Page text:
“What’s on the card?”

I was recently chatting with some folks about tarot, as you do, and someone said, in a fairly condescending way, that ascribing astrological information to tarot is fine, but they prefer to "look at what’s on the card" (given my audience, this was not in the HHoL).

No. That’s not how that works. That’s not how any of this works.

This is basically a post about semiotics, I’ll be honest with you up front. Simply, that’s the study of signs, symbols, and how those are used. Every tarot card is a sign. It is made up of smaller signs, or symbols, or signifiers, that add up to a whole. But the symbols on their own mean nothing. They just can’t mean anything in a vacuum. Think of those marks on the asphalt you see sometimes, that indicate to workers where pipes are and what they’re going to do next week. If you know what those mean, they’re meaningful, but if you’re like me, you stare at them like they’re alien script. I have no idea what they might mean, and of course naturally they fascinate me a bit.

I don’t want to dwell too much on the theory, but in short, signs are made of a signifier and a signified. When it’s a word, the text is the signifier and the idea it brings to mind is the signified.

Swords and stuff

So think of a tarot card. There’s no "your marriage is failing" tarot card. If we were to "read what’s on the card," that’s the kind of thing we’d expect to see. At least, we’d expect to see a card that says "marriage" and another that says "fails."

What we see instead are a bunch of swords, wands, and people going about their business, like staring off into space, playing 3 Card Monty, and dancing naked in space. What’s our favorite cliche to use on clients? "Oh, that doesn’t mean Death, it just" well, uh… it depicts Death harvesting people. Huh.

Simply put, we don’t read what’s on the card. We use the card as a catalyst to create webs of associations, and then we sift through those assocations. Each card is a locus in our semiotic network.

2 of Swords

Let’s take the 2 of Swords. In this reproduction of a Brussels style tarot, made by Tarot Sheet Revival, you can see 2 swords and a bird.

That, I wish to encourage you to consider, is all that’s on the card.

Etteilla said, among other things, that it meant "[f]riendship, attachment,a ffection, tenderness, goodwill, [and] rapport" (Huson 203). The Golden Dawn papers said it meant "Contradictory characteristics in the same nature" (203). Neither of those are "a bird is in the middle of two swords."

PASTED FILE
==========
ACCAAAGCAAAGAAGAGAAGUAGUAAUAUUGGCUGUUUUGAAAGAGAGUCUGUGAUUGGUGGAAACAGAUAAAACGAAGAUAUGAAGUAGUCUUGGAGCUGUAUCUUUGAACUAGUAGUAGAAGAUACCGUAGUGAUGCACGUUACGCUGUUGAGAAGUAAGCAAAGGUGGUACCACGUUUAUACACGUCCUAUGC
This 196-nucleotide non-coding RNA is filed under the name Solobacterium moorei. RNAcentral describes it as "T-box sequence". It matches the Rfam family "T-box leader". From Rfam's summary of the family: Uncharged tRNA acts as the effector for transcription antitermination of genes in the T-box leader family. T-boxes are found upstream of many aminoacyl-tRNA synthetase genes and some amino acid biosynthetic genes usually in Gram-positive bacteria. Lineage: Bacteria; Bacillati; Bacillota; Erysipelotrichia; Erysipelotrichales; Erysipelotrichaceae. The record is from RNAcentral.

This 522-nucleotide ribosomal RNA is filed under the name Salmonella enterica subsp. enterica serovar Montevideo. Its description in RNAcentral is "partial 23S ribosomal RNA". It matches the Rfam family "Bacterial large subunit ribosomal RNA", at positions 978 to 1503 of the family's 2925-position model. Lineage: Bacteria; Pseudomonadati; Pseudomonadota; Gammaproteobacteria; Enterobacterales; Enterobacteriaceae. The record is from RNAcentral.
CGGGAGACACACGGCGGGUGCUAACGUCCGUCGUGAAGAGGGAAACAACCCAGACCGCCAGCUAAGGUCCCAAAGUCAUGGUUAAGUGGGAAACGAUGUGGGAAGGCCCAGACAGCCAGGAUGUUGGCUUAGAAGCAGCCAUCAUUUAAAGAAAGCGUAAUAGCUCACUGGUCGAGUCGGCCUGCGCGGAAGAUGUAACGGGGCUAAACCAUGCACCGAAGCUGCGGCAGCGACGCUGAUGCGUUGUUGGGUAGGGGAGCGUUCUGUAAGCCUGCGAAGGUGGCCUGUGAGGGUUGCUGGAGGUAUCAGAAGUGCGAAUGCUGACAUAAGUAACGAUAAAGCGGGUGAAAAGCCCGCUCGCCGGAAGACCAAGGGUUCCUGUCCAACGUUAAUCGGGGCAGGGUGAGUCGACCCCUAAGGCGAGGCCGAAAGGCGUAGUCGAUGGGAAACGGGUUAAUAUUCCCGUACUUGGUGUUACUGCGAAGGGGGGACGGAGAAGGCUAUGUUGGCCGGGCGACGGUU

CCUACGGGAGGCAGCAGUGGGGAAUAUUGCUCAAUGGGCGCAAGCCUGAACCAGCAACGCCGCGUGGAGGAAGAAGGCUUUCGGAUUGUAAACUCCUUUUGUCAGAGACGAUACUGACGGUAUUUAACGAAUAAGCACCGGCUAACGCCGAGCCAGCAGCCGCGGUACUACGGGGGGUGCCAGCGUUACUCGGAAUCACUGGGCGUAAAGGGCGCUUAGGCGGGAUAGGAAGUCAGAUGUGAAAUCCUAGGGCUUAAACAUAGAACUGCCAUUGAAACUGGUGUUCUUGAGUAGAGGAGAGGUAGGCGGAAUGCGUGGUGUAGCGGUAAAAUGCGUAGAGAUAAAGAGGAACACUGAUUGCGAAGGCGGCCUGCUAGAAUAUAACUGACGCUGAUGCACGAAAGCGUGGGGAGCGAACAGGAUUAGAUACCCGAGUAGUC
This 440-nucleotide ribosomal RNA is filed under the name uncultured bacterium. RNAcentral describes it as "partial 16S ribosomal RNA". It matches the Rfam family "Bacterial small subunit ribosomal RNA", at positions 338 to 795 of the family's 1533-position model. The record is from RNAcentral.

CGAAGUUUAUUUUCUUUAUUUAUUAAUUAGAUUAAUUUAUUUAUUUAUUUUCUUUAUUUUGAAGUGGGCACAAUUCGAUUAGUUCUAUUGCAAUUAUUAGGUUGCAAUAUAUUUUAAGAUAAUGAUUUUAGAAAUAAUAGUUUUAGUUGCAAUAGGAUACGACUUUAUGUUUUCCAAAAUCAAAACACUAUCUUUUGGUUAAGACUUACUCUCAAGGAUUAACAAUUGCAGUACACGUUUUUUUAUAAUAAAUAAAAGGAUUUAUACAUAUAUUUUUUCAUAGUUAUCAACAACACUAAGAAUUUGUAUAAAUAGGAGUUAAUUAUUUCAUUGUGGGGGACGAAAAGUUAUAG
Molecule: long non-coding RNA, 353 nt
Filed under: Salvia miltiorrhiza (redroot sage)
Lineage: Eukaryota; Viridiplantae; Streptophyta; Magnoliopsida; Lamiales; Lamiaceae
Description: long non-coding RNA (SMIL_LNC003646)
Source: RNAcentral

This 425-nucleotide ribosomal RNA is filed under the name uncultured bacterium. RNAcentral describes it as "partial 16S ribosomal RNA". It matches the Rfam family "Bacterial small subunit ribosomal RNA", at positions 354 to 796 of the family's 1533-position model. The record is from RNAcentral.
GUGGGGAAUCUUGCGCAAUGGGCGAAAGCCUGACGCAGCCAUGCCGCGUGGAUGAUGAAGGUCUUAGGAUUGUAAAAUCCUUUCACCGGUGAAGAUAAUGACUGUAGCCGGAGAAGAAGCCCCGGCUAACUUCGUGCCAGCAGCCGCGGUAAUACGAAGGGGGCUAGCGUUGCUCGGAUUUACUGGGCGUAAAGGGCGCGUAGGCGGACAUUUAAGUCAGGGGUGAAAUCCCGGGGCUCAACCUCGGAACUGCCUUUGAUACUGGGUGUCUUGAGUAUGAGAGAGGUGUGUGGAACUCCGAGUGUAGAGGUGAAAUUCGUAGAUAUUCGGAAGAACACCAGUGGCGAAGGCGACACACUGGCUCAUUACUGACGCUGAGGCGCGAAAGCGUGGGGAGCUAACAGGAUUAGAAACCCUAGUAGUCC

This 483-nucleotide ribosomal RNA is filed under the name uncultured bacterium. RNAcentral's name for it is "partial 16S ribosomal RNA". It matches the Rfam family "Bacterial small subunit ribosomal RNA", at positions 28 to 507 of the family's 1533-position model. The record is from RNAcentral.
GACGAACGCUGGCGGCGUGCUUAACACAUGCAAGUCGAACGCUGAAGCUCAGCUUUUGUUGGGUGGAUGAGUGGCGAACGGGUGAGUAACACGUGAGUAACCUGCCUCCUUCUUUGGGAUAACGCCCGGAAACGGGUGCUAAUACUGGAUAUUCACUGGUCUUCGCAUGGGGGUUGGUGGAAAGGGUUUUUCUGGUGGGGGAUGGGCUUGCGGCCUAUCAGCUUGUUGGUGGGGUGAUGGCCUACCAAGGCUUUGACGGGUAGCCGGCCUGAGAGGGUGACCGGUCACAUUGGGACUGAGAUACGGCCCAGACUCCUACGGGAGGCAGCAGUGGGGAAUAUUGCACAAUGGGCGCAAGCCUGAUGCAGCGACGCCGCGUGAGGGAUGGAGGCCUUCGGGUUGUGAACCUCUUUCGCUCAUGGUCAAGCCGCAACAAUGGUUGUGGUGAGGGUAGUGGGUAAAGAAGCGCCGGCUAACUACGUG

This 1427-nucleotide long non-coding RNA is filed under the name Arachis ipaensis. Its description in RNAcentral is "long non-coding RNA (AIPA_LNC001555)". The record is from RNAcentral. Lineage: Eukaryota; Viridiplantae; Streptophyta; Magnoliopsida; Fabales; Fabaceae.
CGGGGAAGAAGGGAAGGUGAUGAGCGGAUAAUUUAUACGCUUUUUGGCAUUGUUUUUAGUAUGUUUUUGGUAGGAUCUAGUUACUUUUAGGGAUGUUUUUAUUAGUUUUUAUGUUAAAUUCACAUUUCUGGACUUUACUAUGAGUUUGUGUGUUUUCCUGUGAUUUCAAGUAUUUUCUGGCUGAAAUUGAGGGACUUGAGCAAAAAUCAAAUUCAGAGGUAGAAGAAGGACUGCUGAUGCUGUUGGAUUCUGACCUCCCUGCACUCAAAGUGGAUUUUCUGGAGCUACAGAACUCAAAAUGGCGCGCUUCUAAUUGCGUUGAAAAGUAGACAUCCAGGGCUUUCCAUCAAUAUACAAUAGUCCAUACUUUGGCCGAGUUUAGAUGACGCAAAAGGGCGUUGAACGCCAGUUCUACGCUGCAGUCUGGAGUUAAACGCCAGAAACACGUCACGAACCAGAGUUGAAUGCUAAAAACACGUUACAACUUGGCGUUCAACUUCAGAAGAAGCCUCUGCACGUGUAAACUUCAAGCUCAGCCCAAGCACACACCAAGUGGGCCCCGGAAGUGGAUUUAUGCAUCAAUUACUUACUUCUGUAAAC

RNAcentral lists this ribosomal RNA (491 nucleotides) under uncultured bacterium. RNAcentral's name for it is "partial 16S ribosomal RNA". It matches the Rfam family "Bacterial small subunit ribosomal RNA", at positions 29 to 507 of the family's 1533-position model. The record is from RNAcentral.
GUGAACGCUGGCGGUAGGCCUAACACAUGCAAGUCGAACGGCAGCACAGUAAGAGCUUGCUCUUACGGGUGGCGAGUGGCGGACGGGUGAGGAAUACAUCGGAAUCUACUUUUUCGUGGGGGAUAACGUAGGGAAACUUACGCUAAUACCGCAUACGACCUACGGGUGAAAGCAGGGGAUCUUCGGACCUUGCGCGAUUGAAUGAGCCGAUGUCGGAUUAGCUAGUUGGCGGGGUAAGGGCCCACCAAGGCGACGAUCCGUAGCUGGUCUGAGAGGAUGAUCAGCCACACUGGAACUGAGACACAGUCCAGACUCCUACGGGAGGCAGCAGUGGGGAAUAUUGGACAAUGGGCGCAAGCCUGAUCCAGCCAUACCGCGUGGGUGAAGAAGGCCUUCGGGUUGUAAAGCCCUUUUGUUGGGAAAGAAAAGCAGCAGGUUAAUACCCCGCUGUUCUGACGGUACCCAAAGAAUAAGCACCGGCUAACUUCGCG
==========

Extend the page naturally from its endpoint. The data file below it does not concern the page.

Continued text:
This is the thing, the precise thing I mean: we never read "just what’s on the card" when we read them. That’s not how symbols even work. They always defer meaning outwards (and inwards, when thinking about the person or people involved). A symbol expressly works by making one’s mind go elsewhere, that’s the point.

This is what those tiresome people on social media miss when they chortlingly retweet those memes making fun of teachers for analyzing literature: once something becomes symbolic, it cannot be pinned down to anything, not even its "objective" sense of identity. Everything means something, once you start making meaning.

"Everywhere I look, I see something holy"

The header is from Pratchett’s Carpe Jugulum. Once you start seeing the world as being made of meaningful things, you can’t stop. It just keeps happening.

That’s why I sympathize with, while trying to firmly stand against, certain opposing views of tarot. While I started this essay talking about someone who believed only "what was on the card" mattered — as though there’s anything on the card that can mak meaning without the interpretive actions of the viewer — I would like to point our attention towards the people who insist that the occult significations of the tarot have always been there, that tarot is some kind of universal code, "hieroglyphs" of coded intelligence. No. They were cards made for gambling. They’re a product of specific historical forces interfacing, namely the relaxation of rules about gambling and iconography in Europe, the influx of goods from Persian soldiers, and then again the influx of further goods from Crusaders and other soldiers moving about within Europe, and cultural iconography.

So the other side of knowing you make meaning when you look at the card, rather than believing the meaning is on the card, is knowing you’re making the meaning.

"You" in this case can and probably often does mean "you all," you and the many spirits and gods you converse with using tarot."

And finally

See, the thing is, we make meaning all the time. And because it comes so naturally to us, we tend to think we found it, rather than made it. And a certain subsection of tarot fanciers think that, because they use the old cards without any new stuff ladled on top, that they’re only "reading what’s on the card." On the simple level of semiotics that’s not true, but also it’s false given that the cards depict abstract combinations of tools, sometimes decorated with flowers in whatever way a printer could fit flowers into the margins. On a mechanical level there’s no difference, no change in virtuousness or accuracy, if you look at the 2 of Swords and think "friendship" or "contradictory characteristics." Both are ideas drawn from the abstractions different people came up with looking at the same thing. They’re just different because they emerge from different cultural contexts.

You see, even people withe the same cultural background will abstract meaning in differing ways. If that wasn’t the way it worked, then everyone would think the same thing about Star Wars. Because the movie doesn’t change from person to person, does it? Only the people change.

And Star Wars is 50 years old, give or take. The tarot is a few hundred now. Do people really think there aren’t going to be multiple sets of abstractions emerging "from" the same cards," as they pass through history?

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